Ever since it became painfully clear that the River Park Square parking garage would struggle mightily -- even teeter on the brink of insolvency -- people have wondered how the garage's reality could lag so far behind the expectations it was stamped with by Walker Parking Consultants of Indianapolis. Now the answers to some of those questions are coming into clearer focus, as new documents produced by Walker to the city have been revealed in a motion filed by Mayor John Powers' special counsel Laurel Siddoway in Superior Court earlier this week.
That the information is coming out now underlines the city's aggressive approach to the legal battle it is waging against Walker and the developers of the River Park Square mall, Spokane's Cowles family. The Walker documentation is included in a motion related to which documents should and shouldn't be considered secret in the ongoing discovery phase of the city's lawsuit. Typically, information like that provided by Walker might be saved for later in the proceedings. Including it at this time may be aimed at putting more pressure on the developer to come to the bargaining table even more than it is aimed at the judge ruling on the motion.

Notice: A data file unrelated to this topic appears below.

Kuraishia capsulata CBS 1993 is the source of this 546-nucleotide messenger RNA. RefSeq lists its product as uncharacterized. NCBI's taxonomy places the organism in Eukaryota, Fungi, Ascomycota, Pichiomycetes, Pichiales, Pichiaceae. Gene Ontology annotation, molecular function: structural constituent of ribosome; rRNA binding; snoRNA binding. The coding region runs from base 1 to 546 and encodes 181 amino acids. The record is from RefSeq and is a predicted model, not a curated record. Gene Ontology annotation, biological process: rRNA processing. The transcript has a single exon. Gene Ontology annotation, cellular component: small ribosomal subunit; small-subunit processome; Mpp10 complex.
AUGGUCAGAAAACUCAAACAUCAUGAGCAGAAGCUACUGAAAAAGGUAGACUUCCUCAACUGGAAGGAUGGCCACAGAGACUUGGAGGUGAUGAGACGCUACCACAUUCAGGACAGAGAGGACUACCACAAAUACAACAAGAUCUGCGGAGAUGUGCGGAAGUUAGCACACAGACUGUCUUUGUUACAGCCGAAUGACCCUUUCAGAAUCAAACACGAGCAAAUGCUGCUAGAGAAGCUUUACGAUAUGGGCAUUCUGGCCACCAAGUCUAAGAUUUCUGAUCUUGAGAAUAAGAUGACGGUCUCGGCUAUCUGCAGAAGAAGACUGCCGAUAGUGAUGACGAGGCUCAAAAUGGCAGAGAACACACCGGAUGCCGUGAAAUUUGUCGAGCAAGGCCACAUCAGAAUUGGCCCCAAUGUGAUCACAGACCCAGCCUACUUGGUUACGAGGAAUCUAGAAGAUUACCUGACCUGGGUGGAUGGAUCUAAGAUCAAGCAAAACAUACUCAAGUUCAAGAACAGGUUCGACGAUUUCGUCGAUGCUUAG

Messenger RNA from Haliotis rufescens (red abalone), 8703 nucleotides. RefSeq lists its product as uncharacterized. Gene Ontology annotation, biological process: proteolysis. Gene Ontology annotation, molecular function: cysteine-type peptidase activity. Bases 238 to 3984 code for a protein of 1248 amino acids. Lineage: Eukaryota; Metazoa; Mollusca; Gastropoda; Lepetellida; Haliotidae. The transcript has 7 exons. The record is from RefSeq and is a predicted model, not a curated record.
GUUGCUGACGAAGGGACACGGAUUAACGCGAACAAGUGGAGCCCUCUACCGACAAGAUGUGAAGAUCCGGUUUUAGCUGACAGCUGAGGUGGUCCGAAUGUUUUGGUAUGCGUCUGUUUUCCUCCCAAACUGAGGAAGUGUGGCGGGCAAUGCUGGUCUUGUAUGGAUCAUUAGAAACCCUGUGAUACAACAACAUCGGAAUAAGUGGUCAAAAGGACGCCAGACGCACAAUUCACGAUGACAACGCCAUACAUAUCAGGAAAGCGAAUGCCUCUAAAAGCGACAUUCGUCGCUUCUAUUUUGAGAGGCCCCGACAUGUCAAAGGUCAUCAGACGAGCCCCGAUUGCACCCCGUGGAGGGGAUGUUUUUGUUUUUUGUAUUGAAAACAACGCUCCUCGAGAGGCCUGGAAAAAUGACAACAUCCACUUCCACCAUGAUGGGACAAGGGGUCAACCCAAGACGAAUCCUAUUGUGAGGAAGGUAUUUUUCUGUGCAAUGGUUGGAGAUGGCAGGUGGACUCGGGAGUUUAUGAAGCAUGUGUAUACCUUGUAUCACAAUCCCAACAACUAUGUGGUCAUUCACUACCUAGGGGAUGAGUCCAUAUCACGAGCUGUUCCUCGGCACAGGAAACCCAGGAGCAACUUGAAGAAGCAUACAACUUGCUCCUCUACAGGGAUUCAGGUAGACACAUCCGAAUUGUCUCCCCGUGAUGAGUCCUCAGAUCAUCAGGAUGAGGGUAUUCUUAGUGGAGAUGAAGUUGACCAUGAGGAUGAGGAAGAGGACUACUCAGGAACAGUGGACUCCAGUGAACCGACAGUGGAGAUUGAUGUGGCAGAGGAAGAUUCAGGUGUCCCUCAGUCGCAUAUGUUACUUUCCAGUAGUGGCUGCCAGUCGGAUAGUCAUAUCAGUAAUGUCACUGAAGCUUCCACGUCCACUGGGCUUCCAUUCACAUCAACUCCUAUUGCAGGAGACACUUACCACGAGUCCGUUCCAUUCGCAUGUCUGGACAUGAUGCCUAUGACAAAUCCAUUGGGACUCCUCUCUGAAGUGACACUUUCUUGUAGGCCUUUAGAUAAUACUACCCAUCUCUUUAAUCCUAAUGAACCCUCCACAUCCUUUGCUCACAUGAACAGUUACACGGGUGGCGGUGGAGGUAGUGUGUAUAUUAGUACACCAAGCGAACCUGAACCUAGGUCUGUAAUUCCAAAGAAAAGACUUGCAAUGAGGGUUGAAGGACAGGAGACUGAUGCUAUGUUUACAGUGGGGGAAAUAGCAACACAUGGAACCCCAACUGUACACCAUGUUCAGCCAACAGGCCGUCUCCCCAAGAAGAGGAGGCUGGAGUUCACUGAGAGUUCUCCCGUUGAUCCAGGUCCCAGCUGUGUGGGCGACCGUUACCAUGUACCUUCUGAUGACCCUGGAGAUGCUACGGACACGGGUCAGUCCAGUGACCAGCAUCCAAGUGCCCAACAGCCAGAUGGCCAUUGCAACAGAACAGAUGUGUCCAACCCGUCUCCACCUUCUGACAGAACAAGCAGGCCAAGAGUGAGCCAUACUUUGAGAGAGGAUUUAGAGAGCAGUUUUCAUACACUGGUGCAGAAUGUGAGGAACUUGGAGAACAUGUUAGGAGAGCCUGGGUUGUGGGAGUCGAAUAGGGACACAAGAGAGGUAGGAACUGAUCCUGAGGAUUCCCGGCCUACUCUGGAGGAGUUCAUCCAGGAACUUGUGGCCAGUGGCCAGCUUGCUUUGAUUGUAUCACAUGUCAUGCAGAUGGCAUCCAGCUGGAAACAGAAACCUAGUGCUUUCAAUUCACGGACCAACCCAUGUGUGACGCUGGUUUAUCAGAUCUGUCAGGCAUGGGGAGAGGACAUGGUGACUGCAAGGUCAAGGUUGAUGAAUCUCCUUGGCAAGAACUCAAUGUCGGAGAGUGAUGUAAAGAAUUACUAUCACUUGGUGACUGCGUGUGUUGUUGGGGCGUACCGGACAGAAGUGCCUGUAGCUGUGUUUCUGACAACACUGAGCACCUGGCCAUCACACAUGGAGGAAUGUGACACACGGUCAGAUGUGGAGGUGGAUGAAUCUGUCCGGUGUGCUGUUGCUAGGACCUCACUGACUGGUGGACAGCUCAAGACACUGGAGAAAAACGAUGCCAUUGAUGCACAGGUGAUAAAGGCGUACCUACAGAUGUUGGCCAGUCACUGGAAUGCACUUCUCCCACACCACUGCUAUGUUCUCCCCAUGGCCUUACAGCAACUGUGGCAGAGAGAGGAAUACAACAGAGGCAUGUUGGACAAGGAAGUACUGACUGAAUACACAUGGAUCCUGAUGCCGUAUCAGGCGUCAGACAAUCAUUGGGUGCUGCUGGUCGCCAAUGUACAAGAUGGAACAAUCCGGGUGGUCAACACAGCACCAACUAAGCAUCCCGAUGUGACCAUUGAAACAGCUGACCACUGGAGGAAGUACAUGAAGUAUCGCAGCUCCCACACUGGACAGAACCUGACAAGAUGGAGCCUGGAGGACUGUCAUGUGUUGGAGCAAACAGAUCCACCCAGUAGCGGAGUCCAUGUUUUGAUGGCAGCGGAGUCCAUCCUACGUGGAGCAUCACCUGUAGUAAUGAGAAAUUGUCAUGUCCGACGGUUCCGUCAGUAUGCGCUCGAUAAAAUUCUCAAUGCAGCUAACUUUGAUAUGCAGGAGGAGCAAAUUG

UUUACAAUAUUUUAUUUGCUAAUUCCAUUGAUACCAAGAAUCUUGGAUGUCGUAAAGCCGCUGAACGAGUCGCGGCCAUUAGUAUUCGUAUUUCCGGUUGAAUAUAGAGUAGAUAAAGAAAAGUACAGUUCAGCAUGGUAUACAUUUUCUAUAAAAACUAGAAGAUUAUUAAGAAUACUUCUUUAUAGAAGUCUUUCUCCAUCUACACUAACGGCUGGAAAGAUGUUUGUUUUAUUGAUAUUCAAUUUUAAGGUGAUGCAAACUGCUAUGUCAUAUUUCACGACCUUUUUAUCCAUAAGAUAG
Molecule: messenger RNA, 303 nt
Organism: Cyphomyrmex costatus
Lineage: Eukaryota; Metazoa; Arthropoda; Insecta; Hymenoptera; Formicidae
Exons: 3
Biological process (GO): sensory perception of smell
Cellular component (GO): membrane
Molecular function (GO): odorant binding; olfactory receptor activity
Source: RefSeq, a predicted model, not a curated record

Along with providing a detailed timeline (see sidebar), the documents Walker has released appear to answer some key questions. Critics of the garage have long argued that Walker's analysis was no analysis at all, but simply a ratification of the developers' financial vision for the garage. Early in 1996, this appears to have been the case, as handwritten notes made by Walker read, "What does rate need to be in order for project to work?" Within weeks of those notes being written, Walker provided R.W. Robideaux and Co., the mall's property manager, with a report that showed $22.2 million in construction costs could be shouldered by the garage if the hourly rate was set at $1.40 per hour -- a significant increase over previous analyses.